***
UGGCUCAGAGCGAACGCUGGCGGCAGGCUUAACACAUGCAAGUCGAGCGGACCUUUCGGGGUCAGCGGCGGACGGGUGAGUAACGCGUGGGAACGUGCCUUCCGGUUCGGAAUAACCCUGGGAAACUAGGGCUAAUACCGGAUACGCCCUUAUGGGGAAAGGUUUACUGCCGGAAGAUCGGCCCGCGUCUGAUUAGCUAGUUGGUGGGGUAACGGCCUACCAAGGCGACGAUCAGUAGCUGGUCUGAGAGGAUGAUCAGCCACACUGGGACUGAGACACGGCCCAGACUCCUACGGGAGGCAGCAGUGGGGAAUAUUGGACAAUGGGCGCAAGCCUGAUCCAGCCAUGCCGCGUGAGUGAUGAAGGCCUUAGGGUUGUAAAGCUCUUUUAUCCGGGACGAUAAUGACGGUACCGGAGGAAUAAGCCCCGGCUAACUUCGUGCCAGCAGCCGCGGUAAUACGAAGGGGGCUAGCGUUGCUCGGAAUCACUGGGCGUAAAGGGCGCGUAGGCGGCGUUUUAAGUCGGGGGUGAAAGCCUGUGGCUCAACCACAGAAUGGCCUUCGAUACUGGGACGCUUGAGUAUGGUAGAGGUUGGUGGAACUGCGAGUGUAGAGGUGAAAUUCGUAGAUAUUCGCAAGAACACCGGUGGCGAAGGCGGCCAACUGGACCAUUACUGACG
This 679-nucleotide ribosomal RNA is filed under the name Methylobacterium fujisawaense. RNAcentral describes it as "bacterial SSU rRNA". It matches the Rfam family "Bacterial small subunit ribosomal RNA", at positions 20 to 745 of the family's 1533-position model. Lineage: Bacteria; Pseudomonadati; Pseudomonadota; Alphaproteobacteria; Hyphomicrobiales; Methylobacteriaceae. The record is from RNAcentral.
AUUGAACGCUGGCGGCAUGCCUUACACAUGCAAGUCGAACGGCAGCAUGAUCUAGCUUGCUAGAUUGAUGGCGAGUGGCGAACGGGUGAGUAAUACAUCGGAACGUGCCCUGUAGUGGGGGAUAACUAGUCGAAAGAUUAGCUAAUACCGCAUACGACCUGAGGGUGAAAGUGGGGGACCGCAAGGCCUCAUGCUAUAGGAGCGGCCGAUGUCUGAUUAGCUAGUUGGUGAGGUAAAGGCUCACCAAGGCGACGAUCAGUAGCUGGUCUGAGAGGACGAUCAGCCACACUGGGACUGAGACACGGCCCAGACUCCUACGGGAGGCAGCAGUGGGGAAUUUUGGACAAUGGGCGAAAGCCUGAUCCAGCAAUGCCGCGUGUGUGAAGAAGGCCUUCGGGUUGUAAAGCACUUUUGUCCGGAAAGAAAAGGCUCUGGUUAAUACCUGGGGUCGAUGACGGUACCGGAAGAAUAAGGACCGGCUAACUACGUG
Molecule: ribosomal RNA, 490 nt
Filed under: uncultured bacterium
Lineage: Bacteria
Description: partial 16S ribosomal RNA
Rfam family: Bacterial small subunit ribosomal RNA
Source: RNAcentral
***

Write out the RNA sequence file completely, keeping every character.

UGGCUCAGAGCGAACGCUGGCGGCAGGCUUAACACAUGCAAGUCGAGCGGACCUUUCGGGGUCAGCGGCGGACGGGUGAGUAACGCGUGGGAACGUGCCUUCCGGUUCGGAAUAACCCUGGGAAACUAGGGCUAAUACCGGAUACGCCCUUAUGGGGAAAGGUUUACUGCCGGAAGAUCGGCCCGCGUCUGAUUAGCUAGUUGGUGGGGUAACGGCCUACCAAGGCGACGAUCAGUAGCUGGUCUGAGAGGAUGAUCAGCCACACUGGGACUGAGACACGGCCCAGACUCCUACGGGAGGCAGCAGUGGGGAAUAUUGGACAAUGGGCGCAAGCCUGAUCCAGCCAUGCCGCGUGAGUGAUGAAGGCCUUAGGGUUGUAAAGCUCUUUUAUCCGGGACGAUAAUGACGGUACCGGAGGAAUAAGCCCCGGCUAACUUCGUGCCAGCAGCCGCGGUAAUACGAAGGGGGCUAGCGUUGCUCGGAAUCACUGGGCGUAAAGGGCGCGUAGGCGGCGUUUUAAGUCGGGGGUGAAAGCCUGUGGCUCAACCACAGAAUGGCCUUCGAUACUGGGACGCUUGAGUAUGGUAGAGGUUGGUGGAACUGCGAGUGUAGAGGUGAAAUUCGUAGAUAUUCGCAAGAACACCGGUGGCGAAGGCGGCCAACUGGACCAUUACUGACG
This 679-nucleotide ribosomal RNA is filed under the name Methylobacterium fujisawaense. RNAcentral describes it as "bacterial SSU rRNA". It matches the Rfam family "Bacterial small subunit ribosomal RNA", at positions 20 to 745 of the family's 1533-position model. Lineage: Bacteria; Pseudomonadati; Pseudomonadota; Alphaproteobacteria; Hyphomicrobiales; Methylobacteriaceae. The record is from RNAcentral.
AUUGAACGCUGGCGGCAUGCCUUACACAUGCAAGUCGAACGGCAGCAUGAUCUAGCUUGCUAGAUUGAUGGCGAGUGGCGAACGGGUGAGUAAUACAUCGGAACGUGCCCUGUAGUGGGGGAUAACUAGUCGAAAGAUUAGCUAAUACCGCAUACGACCUGAGGGUGAAAGUGGGGGACCGCAAGGCCUCAUGCUAUAGGAGCGGCCGAUGUCUGAUUAGCUAGUUGGUGAGGUAAAGGCUCACCAAGGCGACGAUCAGUAGCUGGUCUGAGAGGACGAUCAGCCACACUGGGACUGAGACACGGCCCAGACUCCUACGGGAGGCAGCAGUGGGGAAUUUUGGACAAUGGGCGAAAGCCUGAUCCAGCAAUGCCGCGUGUGUGAAGAAGGCCUUCGGGUUGUAAAGCACUUUUGUCCGGAAAGAAAAGGCUCUGGUUAAUACCUGGGGUCGAUGACGGUACCGGAAGAAUAAGGACCGGCUAACUACGUG
Molecule: ribosomal RNA, 490 nt
Filed under: uncultured bacterium
Lineage: Bacteria
Description: partial 16S ribosomal RNA
Rfam family: Bacterial small subunit ribosomal RNA
Source: RNAcentral